Mining can be critical to achieving the development aspirations of many developing countries and remote regions.
Often, however, the local and national development benefits of mining operations have been limited, and, in some cases, the results have even been negative.
Historically, a focus just on mining company rights and the provision of government tax benefits, while giving limited attention to environmental, social and local economic issues, has limited the sector’s contribution to sustainable development. Working to overcome these concerns, governments, companies and communities increasingly recognize the need for a broader understanding of mining’s potential contribution to local and national development. Transforming this awareness into action requires building the capacity, knowledge and tools required for appropriate reform of government and company policies and processes.
IISD has been deeply involved in the development of a Model Mining Development Agreement (MMDA) with the International Bar Association’s (IBA) Mining Law Committee. IISD was invited to join the core administrative group on this IBA project when it began in 2009. Since then, we have engaged with the global legal and business community to develop an approach based on a simple question: What would a mining contract with a developing country look like if one started from the perspective of sustainable development?
IISD has served as the secretariat to the Intergovernmental Forum on Mining, Minerals, Metals and Sustainable Development (IGF) since 2015. The IGF supports more than 60 nations committed to leveraging mining for sustainable development to ensure that negative impacts are limited and financial benefits are shared. It is devoted to optimizing the benefits of mining to achieve poverty reduction, inclusive growth, social development and environmental stewardship.
Five Ways to Promote Mitigation and Adaptation in the Mining Sector
In the face of the climate crisis, there is an urgent need for the mining sector to adapt to the impacts of climate change.Read More
How Can Technology in Mining Protect the Environment?
Rapid advances in technology innovation, including automation, digitization and electrification, are fundamentally changing how the mining sector operates.Read More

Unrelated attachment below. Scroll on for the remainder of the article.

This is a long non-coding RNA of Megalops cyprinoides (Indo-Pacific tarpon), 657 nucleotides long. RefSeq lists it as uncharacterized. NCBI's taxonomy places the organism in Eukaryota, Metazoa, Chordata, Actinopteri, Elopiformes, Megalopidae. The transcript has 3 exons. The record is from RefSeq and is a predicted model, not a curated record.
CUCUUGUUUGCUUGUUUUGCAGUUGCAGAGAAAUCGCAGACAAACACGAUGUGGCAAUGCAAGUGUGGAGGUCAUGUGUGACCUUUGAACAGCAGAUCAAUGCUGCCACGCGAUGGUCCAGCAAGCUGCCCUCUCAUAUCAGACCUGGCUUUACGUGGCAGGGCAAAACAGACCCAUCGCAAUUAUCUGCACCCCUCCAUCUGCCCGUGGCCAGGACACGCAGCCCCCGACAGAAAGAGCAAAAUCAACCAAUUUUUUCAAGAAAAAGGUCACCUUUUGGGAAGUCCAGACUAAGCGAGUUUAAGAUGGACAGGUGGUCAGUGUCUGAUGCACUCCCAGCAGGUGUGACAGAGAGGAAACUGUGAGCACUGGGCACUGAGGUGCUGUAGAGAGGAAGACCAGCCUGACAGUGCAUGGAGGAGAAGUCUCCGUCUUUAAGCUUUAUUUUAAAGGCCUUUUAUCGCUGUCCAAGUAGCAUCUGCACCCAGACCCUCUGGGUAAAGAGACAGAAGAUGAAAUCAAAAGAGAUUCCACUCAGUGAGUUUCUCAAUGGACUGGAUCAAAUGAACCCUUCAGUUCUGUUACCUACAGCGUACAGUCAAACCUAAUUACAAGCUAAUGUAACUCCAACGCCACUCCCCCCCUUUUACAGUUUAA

IGF Mining Policy Framework Assessment: Ecuador
This report presents a Mining Policy Framework (MPF) Assessment for Ecuador, with a view to helping the government target its efforts in implementing its MPF.Read More
How Can Blockchain Improve Sustainability in Mining?
Companies interested in sustainability and transparency are starting to use blockchain to trace materials back to their sources.Read More
Local Content Policies in the Mining Sector: Scaling up local procurement
This paper focuses on local procurement policies designed to boost the number of goods and services purchased by mining operations from local stakeholders.Read More
Is Vanadium the “Valyrian Steel” of the Energy Transition?
In Game of Thrones, a sword forged out of Valyrian steel is recognized for its unparalleled strength and light weight. It is this advantage that denotes it as one of Westeros’s most sought-after materials. In the real world, its equivalent just might be vanadium.Read More
Dead Batteries Deserve a Second Life
Batteries should be recycled, so the valuable minerals therein—including cobalt and lithium—can stay in the economy.Read More
Sustainability and Second Life: The case for cobalt and lithium recycling
Adopting recycling in the mining sector and in supply chains is essential to ensure the transition to a low-carbon economy is responsible and sustainable for the longer term.Read More
IISD Reaction to Canadian Environment Commissioner’s 2019 Spring Reports
“Slow action on climate change that is disturbing.” That stark assessment wraps up Canada’s Commissioner of the Environment and Sustainable Development Julie Gelfand’s final report, released earlier today.Read More
2018 IGF Annual Report
The IGF 2018 annual report dives into our commitment to making sure mining’s benefits are not just shared but leveraged for sustainable development by our 69 member countries.Read More